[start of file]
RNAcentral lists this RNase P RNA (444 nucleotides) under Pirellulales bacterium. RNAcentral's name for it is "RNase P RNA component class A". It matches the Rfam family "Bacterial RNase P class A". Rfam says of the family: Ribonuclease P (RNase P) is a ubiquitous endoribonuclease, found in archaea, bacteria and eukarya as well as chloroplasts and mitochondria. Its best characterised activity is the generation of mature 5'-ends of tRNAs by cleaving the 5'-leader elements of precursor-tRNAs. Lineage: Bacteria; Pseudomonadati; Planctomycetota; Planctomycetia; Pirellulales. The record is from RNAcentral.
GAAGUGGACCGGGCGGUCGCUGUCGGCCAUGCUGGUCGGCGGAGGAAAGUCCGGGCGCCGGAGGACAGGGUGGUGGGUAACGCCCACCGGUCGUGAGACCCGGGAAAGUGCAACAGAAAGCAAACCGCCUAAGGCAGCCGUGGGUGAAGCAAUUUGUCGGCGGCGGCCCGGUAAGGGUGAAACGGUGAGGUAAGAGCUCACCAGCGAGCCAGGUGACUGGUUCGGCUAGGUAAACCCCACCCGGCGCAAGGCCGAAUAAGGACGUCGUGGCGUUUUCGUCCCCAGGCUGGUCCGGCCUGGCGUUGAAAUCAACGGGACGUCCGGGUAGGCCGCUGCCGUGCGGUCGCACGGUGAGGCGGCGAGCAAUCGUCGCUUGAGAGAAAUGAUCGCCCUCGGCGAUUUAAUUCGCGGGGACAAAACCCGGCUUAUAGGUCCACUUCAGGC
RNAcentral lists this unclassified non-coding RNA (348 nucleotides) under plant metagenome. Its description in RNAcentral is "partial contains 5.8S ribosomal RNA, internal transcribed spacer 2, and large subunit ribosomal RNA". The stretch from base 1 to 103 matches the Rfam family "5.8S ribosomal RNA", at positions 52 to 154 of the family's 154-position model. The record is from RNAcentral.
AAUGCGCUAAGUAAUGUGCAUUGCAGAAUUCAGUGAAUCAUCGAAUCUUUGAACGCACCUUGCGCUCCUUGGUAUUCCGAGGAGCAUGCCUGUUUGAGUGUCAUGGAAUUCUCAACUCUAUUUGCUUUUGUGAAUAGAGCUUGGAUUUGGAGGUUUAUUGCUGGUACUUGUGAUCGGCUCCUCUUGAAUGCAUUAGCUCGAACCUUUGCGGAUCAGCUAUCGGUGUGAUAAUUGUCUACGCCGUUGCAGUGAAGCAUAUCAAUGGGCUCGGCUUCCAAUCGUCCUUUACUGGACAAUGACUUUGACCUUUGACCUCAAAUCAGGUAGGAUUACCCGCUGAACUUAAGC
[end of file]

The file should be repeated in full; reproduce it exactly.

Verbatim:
RNAcentral lists this RNase P RNA (444 nucleotides) under Pirellulales bacterium. RNAcentral's name for it is "RNase P RNA component class A". It matches the Rfam family "Bacterial RNase P class A". Rfam says of the family: Ribonuclease P (RNase P) is a ubiquitous endoribonuclease, found in archaea, bacteria and eukarya as well as chloroplasts and mitochondria. Its best characterised activity is the generation of mature 5'-ends of tRNAs by cleaving the 5'-leader elements of precursor-tRNAs. Lineage: Bacteria; Pseudomonadati; Planctomycetota; Planctomycetia; Pirellulales. The record is from RNAcentral.
GAAGUGGACCGGGCGGUCGCUGUCGGCCAUGCUGGUCGGCGGAGGAAAGUCCGGGCGCCGGAGGACAGGGUGGUGGGUAACGCCCACCGGUCGUGAGACCCGGGAAAGUGCAACAGAAAGCAAACCGCCUAAGGCAGCCGUGGGUGAAGCAAUUUGUCGGCGGCGGCCCGGUAAGGGUGAAACGGUGAGGUAAGAGCUCACCAGCGAGCCAGGUGACUGGUUCGGCUAGGUAAACCCCACCCGGCGCAAGGCCGAAUAAGGACGUCGUGGCGUUUUCGUCCCCAGGCUGGUCCGGCCUGGCGUUGAAAUCAACGGGACGUCCGGGUAGGCCGCUGCCGUGCGGUCGCACGGUGAGGCGGCGAGCAAUCGUCGCUUGAGAGAAAUGAUCGCCCUCGGCGAUUUAAUUCGCGGGGACAAAACCCGGCUUAUAGGUCCACUUCAGGC
RNAcentral lists this unclassified non-coding RNA (348 nucleotides) under plant metagenome. Its description in RNAcentral is "partial contains 5.8S ribosomal RNA, internal transcribed spacer 2, and large subunit ribosomal RNA". The stretch from base 1 to 103 matches the Rfam family "5.8S ribosomal RNA", at positions 52 to 154 of the family's 154-position model. The record is from RNAcentral.
AAUGCGCUAAGUAAUGUGCAUUGCAGAAUUCAGUGAAUCAUCGAAUCUUUGAACGCACCUUGCGCUCCUUGGUAUUCCGAGGAGCAUGCCUGUUUGAGUGUCAUGGAAUUCUCAACUCUAUUUGCUUUUGUGAAUAGAGCUUGGAUUUGGAGGUUUAUUGCUGGUACUUGUGAUCGGCUCCUCUUGAAUGCAUUAGCUCGAACCUUUGCGGAUCAGCUAUCGGUGUGAUAAUUGUCUACGCCGUUGCAGUGAAGCAUAUCAAUGGGCUCGGCUUCCAAUCGUCCUUUACUGGACAAUGACUUUGACCUUUGACCUCAAAUCAGGUAGGAUUACCCGCUGAACUUAAGC